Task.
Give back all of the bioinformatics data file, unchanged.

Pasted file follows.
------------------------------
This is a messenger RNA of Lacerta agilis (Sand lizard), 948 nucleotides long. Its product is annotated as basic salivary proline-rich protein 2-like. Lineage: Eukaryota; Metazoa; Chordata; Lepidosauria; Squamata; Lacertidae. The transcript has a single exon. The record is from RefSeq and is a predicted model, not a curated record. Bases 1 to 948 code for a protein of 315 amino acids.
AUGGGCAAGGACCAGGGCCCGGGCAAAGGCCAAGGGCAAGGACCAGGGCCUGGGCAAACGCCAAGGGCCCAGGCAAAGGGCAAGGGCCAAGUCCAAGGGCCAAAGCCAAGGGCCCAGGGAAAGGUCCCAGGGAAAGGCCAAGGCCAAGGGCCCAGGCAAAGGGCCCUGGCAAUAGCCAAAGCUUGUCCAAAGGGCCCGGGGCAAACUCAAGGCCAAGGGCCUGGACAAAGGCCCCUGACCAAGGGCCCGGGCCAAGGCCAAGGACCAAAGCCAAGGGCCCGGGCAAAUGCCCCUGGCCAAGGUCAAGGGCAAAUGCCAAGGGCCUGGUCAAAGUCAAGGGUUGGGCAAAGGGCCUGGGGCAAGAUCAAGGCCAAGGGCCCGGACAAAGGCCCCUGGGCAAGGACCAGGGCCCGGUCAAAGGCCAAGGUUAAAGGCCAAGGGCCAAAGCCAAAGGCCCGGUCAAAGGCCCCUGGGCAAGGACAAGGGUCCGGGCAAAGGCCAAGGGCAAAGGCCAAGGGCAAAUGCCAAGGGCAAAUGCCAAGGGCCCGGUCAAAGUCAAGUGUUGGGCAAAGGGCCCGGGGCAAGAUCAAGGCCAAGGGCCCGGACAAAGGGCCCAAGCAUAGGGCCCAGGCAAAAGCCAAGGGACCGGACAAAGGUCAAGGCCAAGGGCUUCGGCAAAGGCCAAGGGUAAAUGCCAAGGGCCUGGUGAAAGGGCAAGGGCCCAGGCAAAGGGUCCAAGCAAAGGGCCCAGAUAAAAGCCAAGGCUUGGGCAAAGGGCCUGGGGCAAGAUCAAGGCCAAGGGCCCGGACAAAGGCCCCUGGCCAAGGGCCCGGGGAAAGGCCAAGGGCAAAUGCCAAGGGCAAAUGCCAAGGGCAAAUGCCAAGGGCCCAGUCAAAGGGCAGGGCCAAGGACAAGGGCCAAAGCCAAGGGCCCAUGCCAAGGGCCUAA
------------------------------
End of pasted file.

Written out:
This is a messenger RNA of Lacerta agilis (Sand lizard), 948 nucleotides long. Its product is annotated as basic salivary proline-rich protein 2-like. Lineage: Eukaryota; Metazoa; Chordata; Lepidosauria; Squamata; Lacertidae. The transcript has a single exon. The record is from RefSeq and is a predicted model, not a curated record. Bases 1 to 948 code for a protein of 315 amino acids.
AUGGGCAAGGACCAGGGCCCGGGCAAAGGCCAAGGGCAAGGACCAGGGCCUGGGCAAACGCCAAGGGCCCAGGCAAAGGGCAAGGGCCAAGUCCAAGGGCCAAAGCCAAGGGCCCAGGGAAAGGUCCCAGGGAAAGGCCAAGGCCAAGGGCCCAGGCAAAGGGCCCUGGCAAUAGCCAAAGCUUGUCCAAAGGGCCCGGGGCAAACUCAAGGCCAAGGGCCUGGACAAAGGCCCCUGACCAAGGGCCCGGGCCAAGGCCAAGGACCAAAGCCAAGGGCCCGGGCAAAUGCCCCUGGCCAAGGUCAAGGGCAAAUGCCAAGGGCCUGGUCAAAGUCAAGGGUUGGGCAAAGGGCCUGGGGCAAGAUCAAGGCCAAGGGCCCGGACAAAGGCCCCUGGGCAAGGACCAGGGCCCGGUCAAAGGCCAAGGUUAAAGGCCAAGGGCCAAAGCCAAAGGCCCGGUCAAAGGCCCCUGGGCAAGGACAAGGGUCCGGGCAAAGGCCAAGGGCAAAGGCCAAGGGCAAAUGCCAAGGGCAAAUGCCAAGGGCCCGGUCAAAGUCAAGUGUUGGGCAAAGGGCCCGGGGCAAGAUCAAGGCCAAGGGCCCGGACAAAGGGCCCAAGCAUAGGGCCCAGGCAAAAGCCAAGGGACCGGACAAAGGUCAAGGCCAAGGGCUUCGGCAAAGGCCAAGGGUAAAUGCCAAGGGCCUGGUGAAAGGGCAAGGGCCCAGGCAAAGGGUCCAAGCAAAGGGCCCAGAUAAAAGCCAAGGCUUGGGCAAAGGGCCUGGGGCAAGAUCAAGGCCAAGGGCCCGGACAAAGGCCCCUGGCCAAGGGCCCGGGGAAAGGCCAAGGGCAAAUGCCAAGGGCAAAUGCCAAGGGCAAAUGCCAAGGGCCCAGUCAAAGGGCAGGGCCAAGGACAAGGGCCAAAGCCAAGGGCCCAUGCCAAGGGCCUAA